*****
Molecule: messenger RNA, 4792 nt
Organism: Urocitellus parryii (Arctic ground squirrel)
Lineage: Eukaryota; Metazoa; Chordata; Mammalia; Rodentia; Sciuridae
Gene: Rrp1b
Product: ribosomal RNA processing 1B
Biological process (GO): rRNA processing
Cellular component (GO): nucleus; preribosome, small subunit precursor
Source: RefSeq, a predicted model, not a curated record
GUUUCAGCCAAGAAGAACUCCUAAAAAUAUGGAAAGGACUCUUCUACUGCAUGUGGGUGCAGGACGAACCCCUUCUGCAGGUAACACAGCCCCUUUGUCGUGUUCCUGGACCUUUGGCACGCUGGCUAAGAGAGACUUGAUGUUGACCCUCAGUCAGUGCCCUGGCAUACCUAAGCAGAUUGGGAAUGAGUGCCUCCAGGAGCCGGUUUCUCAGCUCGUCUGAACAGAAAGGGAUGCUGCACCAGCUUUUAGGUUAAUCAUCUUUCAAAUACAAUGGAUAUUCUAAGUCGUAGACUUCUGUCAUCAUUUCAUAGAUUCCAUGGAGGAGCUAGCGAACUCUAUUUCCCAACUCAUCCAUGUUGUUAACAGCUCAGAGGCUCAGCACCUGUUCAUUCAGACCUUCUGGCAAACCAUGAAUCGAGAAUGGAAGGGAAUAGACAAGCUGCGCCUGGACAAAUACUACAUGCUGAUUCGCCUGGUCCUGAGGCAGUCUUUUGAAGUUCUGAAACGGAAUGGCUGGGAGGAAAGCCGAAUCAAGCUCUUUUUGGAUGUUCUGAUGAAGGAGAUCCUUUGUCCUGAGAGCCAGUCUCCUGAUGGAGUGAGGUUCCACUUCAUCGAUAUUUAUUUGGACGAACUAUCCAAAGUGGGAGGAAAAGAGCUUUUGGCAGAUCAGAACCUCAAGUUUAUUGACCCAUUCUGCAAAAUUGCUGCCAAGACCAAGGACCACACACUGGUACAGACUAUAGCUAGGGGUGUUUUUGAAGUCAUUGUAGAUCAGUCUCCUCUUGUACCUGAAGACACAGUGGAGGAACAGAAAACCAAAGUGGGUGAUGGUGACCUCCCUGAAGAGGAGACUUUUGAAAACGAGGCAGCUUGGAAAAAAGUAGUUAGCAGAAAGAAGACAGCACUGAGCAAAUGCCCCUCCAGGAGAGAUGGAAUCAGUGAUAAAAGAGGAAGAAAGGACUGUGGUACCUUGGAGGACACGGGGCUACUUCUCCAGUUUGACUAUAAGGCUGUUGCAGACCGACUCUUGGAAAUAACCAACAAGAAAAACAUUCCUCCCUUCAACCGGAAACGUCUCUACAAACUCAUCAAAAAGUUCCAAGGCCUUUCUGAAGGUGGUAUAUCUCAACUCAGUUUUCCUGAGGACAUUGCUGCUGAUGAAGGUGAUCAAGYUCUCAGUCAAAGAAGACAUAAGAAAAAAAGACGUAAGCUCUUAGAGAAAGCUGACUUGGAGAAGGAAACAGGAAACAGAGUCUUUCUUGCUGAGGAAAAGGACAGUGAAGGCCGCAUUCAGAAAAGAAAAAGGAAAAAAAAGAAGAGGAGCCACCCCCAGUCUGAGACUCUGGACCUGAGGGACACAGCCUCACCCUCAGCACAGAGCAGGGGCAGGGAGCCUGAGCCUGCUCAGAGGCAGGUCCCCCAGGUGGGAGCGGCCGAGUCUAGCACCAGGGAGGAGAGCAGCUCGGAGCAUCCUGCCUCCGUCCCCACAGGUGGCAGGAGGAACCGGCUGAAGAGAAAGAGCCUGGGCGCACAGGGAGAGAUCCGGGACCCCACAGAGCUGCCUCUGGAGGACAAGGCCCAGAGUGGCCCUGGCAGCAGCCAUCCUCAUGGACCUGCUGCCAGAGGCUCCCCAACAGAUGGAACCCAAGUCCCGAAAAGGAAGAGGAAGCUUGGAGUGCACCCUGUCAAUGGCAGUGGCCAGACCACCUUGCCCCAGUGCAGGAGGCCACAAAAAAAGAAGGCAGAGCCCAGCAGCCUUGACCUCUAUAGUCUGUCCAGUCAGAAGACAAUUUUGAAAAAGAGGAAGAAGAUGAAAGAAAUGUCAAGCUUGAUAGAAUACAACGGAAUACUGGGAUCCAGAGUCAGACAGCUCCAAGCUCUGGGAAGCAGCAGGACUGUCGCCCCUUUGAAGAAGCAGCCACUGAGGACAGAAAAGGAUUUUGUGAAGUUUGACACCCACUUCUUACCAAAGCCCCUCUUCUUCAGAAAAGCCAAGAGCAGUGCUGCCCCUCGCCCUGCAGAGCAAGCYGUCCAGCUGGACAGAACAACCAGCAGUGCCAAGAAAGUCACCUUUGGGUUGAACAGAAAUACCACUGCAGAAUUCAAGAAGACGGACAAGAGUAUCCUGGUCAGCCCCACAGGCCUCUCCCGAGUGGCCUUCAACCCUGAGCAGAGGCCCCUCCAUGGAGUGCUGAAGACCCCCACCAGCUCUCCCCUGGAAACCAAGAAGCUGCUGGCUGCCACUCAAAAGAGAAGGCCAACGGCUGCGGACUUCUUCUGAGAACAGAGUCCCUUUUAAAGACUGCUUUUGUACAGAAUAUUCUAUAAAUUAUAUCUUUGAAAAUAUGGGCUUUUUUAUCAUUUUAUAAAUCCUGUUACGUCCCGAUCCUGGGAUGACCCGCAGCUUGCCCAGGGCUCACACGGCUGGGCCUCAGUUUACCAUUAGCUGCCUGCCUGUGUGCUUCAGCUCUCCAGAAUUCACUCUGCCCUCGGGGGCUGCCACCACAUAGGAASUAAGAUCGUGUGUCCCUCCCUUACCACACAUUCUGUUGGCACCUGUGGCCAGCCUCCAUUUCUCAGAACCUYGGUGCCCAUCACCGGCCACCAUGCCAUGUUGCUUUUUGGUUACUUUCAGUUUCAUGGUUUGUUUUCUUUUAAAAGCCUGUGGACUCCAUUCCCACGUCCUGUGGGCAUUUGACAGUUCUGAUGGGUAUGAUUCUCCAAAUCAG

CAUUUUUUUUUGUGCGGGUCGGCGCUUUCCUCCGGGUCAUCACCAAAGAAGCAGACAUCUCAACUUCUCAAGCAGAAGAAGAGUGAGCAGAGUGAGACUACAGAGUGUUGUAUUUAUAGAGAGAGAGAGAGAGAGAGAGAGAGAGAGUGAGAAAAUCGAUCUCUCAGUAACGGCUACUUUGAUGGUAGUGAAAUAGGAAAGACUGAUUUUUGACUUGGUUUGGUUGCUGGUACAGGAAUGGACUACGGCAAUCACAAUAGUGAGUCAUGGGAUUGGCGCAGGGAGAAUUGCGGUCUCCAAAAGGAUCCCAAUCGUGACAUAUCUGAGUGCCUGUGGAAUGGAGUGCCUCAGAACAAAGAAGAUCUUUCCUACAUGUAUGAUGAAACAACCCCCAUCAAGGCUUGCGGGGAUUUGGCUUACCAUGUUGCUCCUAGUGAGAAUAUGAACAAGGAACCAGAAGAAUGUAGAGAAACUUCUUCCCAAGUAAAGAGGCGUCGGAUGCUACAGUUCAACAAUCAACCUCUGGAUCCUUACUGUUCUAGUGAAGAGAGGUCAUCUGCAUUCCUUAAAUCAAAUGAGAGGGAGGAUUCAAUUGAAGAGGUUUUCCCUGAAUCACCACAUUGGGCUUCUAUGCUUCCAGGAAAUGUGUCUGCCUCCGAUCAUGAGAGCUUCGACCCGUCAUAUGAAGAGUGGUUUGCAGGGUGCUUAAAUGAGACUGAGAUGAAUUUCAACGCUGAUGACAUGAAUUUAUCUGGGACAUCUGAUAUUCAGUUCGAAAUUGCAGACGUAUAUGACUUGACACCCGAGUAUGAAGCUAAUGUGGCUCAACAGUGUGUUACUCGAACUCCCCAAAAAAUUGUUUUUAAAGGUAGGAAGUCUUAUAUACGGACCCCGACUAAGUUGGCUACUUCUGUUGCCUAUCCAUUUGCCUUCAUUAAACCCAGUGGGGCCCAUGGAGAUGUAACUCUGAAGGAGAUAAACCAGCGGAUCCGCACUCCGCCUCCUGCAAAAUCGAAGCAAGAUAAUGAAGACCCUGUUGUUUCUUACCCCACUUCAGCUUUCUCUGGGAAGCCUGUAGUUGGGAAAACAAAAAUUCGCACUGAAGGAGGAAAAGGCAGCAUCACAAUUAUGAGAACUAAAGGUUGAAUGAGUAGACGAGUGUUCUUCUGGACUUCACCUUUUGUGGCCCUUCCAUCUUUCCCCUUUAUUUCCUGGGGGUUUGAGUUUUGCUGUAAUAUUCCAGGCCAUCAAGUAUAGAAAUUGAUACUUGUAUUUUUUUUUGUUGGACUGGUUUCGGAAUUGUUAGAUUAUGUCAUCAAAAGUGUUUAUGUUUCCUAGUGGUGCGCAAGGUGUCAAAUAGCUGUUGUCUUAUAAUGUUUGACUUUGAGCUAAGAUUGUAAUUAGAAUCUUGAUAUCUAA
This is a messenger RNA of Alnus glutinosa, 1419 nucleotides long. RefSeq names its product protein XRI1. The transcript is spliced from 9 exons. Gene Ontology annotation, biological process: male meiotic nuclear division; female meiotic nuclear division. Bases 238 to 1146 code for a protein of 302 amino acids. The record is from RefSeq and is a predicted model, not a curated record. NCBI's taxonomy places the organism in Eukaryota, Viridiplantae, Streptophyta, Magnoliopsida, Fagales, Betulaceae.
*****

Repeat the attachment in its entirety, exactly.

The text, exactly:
Molecule: messenger RNA, 4792 nt
Organism: Urocitellus parryii (Arctic ground squirrel)
Lineage: Eukaryota; Metazoa; Chordata; Mammalia; Rodentia; Sciuridae
Gene: Rrp1b
Product: ribosomal RNA processing 1B
Biological process (GO): rRNA processing
Cellular component (GO): nucleus; preribosome, small subunit precursor
Source: RefSeq, a predicted model, not a curated record
GUUUCAGCCAAGAAGAACUCCUAAAAAUAUGGAAAGGACUCUUCUACUGCAUGUGGGUGCAGGACGAACCCCUUCUGCAGGUAACACAGCCCCUUUGUCGUGUUCCUGGACCUUUGGCACGCUGGCUAAGAGAGACUUGAUGUUGACCCUCAGUCAGUGCCCUGGCAUACCUAAGCAGAUUGGGAAUGAGUGCCUCCAGGAGCCGGUUUCUCAGCUCGUCUGAACAGAAAGGGAUGCUGCACCAGCUUUUAGGUUAAUCAUCUUUCAAAUACAAUGGAUAUUCUAAGUCGUAGACUUCUGUCAUCAUUUCAUAGAUUCCAUGGAGGAGCUAGCGAACUCUAUUUCCCAACUCAUCCAUGUUGUUAACAGCUCAGAGGCUCAGCACCUGUUCAUUCAGACCUUCUGGCAAACCAUGAAUCGAGAAUGGAAGGGAAUAGACAAGCUGCGCCUGGACAAAUACUACAUGCUGAUUCGCCUGGUCCUGAGGCAGUCUUUUGAAGUUCUGAAACGGAAUGGCUGGGAGGAAAGCCGAAUCAAGCUCUUUUUGGAUGUUCUGAUGAAGGAGAUCCUUUGUCCUGAGAGCCAGUCUCCUGAUGGAGUGAGGUUCCACUUCAUCGAUAUUUAUUUGGACGAACUAUCCAAAGUGGGAGGAAAAGAGCUUUUGGCAGAUCAGAACCUCAAGUUUAUUGACCCAUUCUGCAAAAUUGCUGCCAAGACCAAGGACCACACACUGGUACAGACUAUAGCUAGGGGUGUUUUUGAAGUCAUUGUAGAUCAGUCUCCUCUUGUACCUGAAGACACAGUGGAGGAACAGAAAACCAAAGUGGGUGAUGGUGACCUCCCUGAAGAGGAGACUUUUGAAAACGAGGCAGCUUGGAAAAAAGUAGUUAGCAGAAAGAAGACAGCACUGAGCAAAUGCCCCUCCAGGAGAGAUGGAAUCAGUGAUAAAAGAGGAAGAAAGGACUGUGGUACCUUGGAGGACACGGGGCUACUUCUCCAGUUUGACUAUAAGGCUGUUGCAGACCGACUCUUGGAAAUAACCAACAAGAAAAACAUUCCUCCCUUCAACCGGAAACGUCUCUACAAACUCAUCAAAAAGUUCCAAGGCCUUUCUGAAGGUGGUAUAUCUCAACUCAGUUUUCCUGAGGACAUUGCUGCUGAUGAAGGUGAUCAAGYUCUCAGUCAAAGAAGACAUAAGAAAAAAAGACGUAAGCUCUUAGAGAAAGCUGACUUGGAGAAGGAAACAGGAAACAGAGUCUUUCUUGCUGAGGAAAAGGACAGUGAAGGCCGCAUUCAGAAAAGAAAAAGGAAAAAAAAGAAGAGGAGCCACCCCCAGUCUGAGACUCUGGACCUGAGGGACACAGCCUCACCCUCAGCACAGAGCAGGGGCAGGGAGCCUGAGCCUGCUCAGAGGCAGGUCCCCCAGGUGGGAGCGGCCGAGUCUAGCACCAGGGAGGAGAGCAGCUCGGAGCAUCCUGCCUCCGUCCCCACAGGUGGCAGGAGGAACCGGCUGAAGAGAAAGAGCCUGGGCGCACAGGGAGAGAUCCGGGACCCCACAGAGCUGCCUCUGGAGGACAAGGCCCAGAGUGGCCCUGGCAGCAGCCAUCCUCAUGGACCUGCUGCCAGAGGCUCCCCAACAGAUGGAACCCAAGUCCCGAAAAGGAAGAGGAAGCUUGGAGUGCACCCUGUCAAUGGCAGUGGCCAGACCACCUUGCCCCAGUGCAGGAGGCCACAAAAAAAGAAGGCAGAGCCCAGCAGCCUUGACCUCUAUAGUCUGUCCAGUCAGAAGACAAUUUUGAAAAAGAGGAAGAAGAUGAAAGAAAUGUCAAGCUUGAUAGAAUACAACGGAAUACUGGGAUCCAGAGUCAGACAGCUCCAAGCUCUGGGAAGCAGCAGGACUGUCGCCCCUUUGAAGAAGCAGCCACUGAGGACAGAAAAGGAUUUUGUGAAGUUUGACACCCACUUCUUACCAAAGCCCCUCUUCUUCAGAAAAGCCAAGAGCAGUGCUGCCCCUCGCCCUGCAGAGCAAGCYGUCCAGCUGGACAGAACAACCAGCAGUGCCAAGAAAGUCACCUUUGGGUUGAACAGAAAUACCACUGCAGAAUUCAAGAAGACGGACAAGAGUAUCCUGGUCAGCCCCACAGGCCUCUCCCGAGUGGCCUUCAACCCUGAGCAGAGGCCCCUCCAUGGAGUGCUGAAGACCCCCACCAGCUCUCCCCUGGAAACCAAGAAGCUGCUGGCUGCCACUCAAAAGAGAAGGCCAACGGCUGCGGACUUCUUCUGAGAACAGAGUCCCUUUUAAAGACUGCUUUUGUACAGAAUAUUCUAUAAAUUAUAUCUUUGAAAAUAUGGGCUUUUUUAUCAUUUUAUAAAUCCUGUUACGUCCCGAUCCUGGGAUGACCCGCAGCUUGCCCAGGGCUCACACGGCUGGGCCUCAGUUUACCAUUAGCUGCCUGCCUGUGUGCUUCAGCUCUCCAGAAUUCACUCUGCCCUCGGGGGCUGCCACCACAUAGGAASUAAGAUCGUGUGUCCCUCCCUUACCACACAUUCUGUUGGCACCUGUGGCCAGCCUCCAUUUCUCAGAACCUYGGUGCCCAUCACCGGCCACCAUGCCAUGUUGCUUUUUGGUUACUUUCAGUUUCAUGGUUUGUUUUCUUUUAAAAGCCUGUGGACUCCAUUCCCACGUCCUGUGGGCAUUUGACAGUUCUGAUGGGUAUGAUUCUCCAAAUCAG

CAUUUUUUUUUGUGCGGGUCGGCGCUUUCCUCCGGGUCAUCACCAAAGAAGCAGACAUCUCAACUUCUCAAGCAGAAGAAGAGUGAGCAGAGUGAGACUACAGAGUGUUGUAUUUAUAGAGAGAGAGAGAGAGAGAGAGAGAGAGAGUGAGAAAAUCGAUCUCUCAGUAACGGCUACUUUGAUGGUAGUGAAAUAGGAAAGACUGAUUUUUGACUUGGUUUGGUUGCUGGUACAGGAAUGGACUACGGCAAUCACAAUAGUGAGUCAUGGGAUUGGCGCAGGGAGAAUUGCGGUCUCCAAAAGGAUCCCAAUCGUGACAUAUCUGAGUGCCUGUGGAAUGGAGUGCCUCAGAACAAAGAAGAUCUUUCCUACAUGUAUGAUGAAACAACCCCCAUCAAGGCUUGCGGGGAUUUGGCUUACCAUGUUGCUCCUAGUGAGAAUAUGAACAAGGAACCAGAAGAAUGUAGAGAAACUUCUUCCCAAGUAAAGAGGCGUCGGAUGCUACAGUUCAACAAUCAACCUCUGGAUCCUUACUGUUCUAGUGAAGAGAGGUCAUCUGCAUUCCUUAAAUCAAAUGAGAGGGAGGAUUCAAUUGAAGAGGUUUUCCCUGAAUCACCACAUUGGGCUUCUAUGCUUCCAGGAAAUGUGUCUGCCUCCGAUCAUGAGAGCUUCGACCCGUCAUAUGAAGAGUGGUUUGCAGGGUGCUUAAAUGAGACUGAGAUGAAUUUCAACGCUGAUGACAUGAAUUUAUCUGGGACAUCUGAUAUUCAGUUCGAAAUUGCAGACGUAUAUGACUUGACACCCGAGUAUGAAGCUAAUGUGGCUCAACAGUGUGUUACUCGAACUCCCCAAAAAAUUGUUUUUAAAGGUAGGAAGUCUUAUAUACGGACCCCGACUAAGUUGGCUACUUCUGUUGCCUAUCCAUUUGCCUUCAUUAAACCCAGUGGGGCCCAUGGAGAUGUAACUCUGAAGGAGAUAAACCAGCGGAUCCGCACUCCGCCUCCUGCAAAAUCGAAGCAAGAUAAUGAAGACCCUGUUGUUUCUUACCCCACUUCAGCUUUCUCUGGGAAGCCUGUAGUUGGGAAAACAAAAAUUCGCACUGAAGGAGGAAAAGGCAGCAUCACAAUUAUGAGAACUAAAGGUUGAAUGAGUAGACGAGUGUUCUUCUGGACUUCACCUUUUGUGGCCCUUCCAUCUUUCCCCUUUAUUUCCUGGGGGUUUGAGUUUUGCUGUAAUAUUCCAGGCCAUCAAGUAUAGAAAUUGAUACUUGUAUUUUUUUUUGUUGGACUGGUUUCGGAAUUGUUAGAUUAUGUCAUCAAAAGUGUUUAUGUUUCCUAGUGGUGCGCAAGGUGUCAAAUAGCUGUUGUCUUAUAAUGUUUGACUUUGAGCUAAGAUUGUAAUUAGAAUCUUGAUAUCUAA
This is a messenger RNA of Alnus glutinosa, 1419 nucleotides long. RefSeq names its product protein XRI1. The transcript is spliced from 9 exons. Gene Ontology annotation, biological process: male meiotic nuclear division; female meiotic nuclear division. Bases 238 to 1146 code for a protein of 302 amino acids. The record is from RefSeq and is a predicted model, not a curated record. NCBI's taxonomy places the organism in Eukaryota, Viridiplantae, Streptophyta, Magnoliopsida, Fagales, Betulaceae.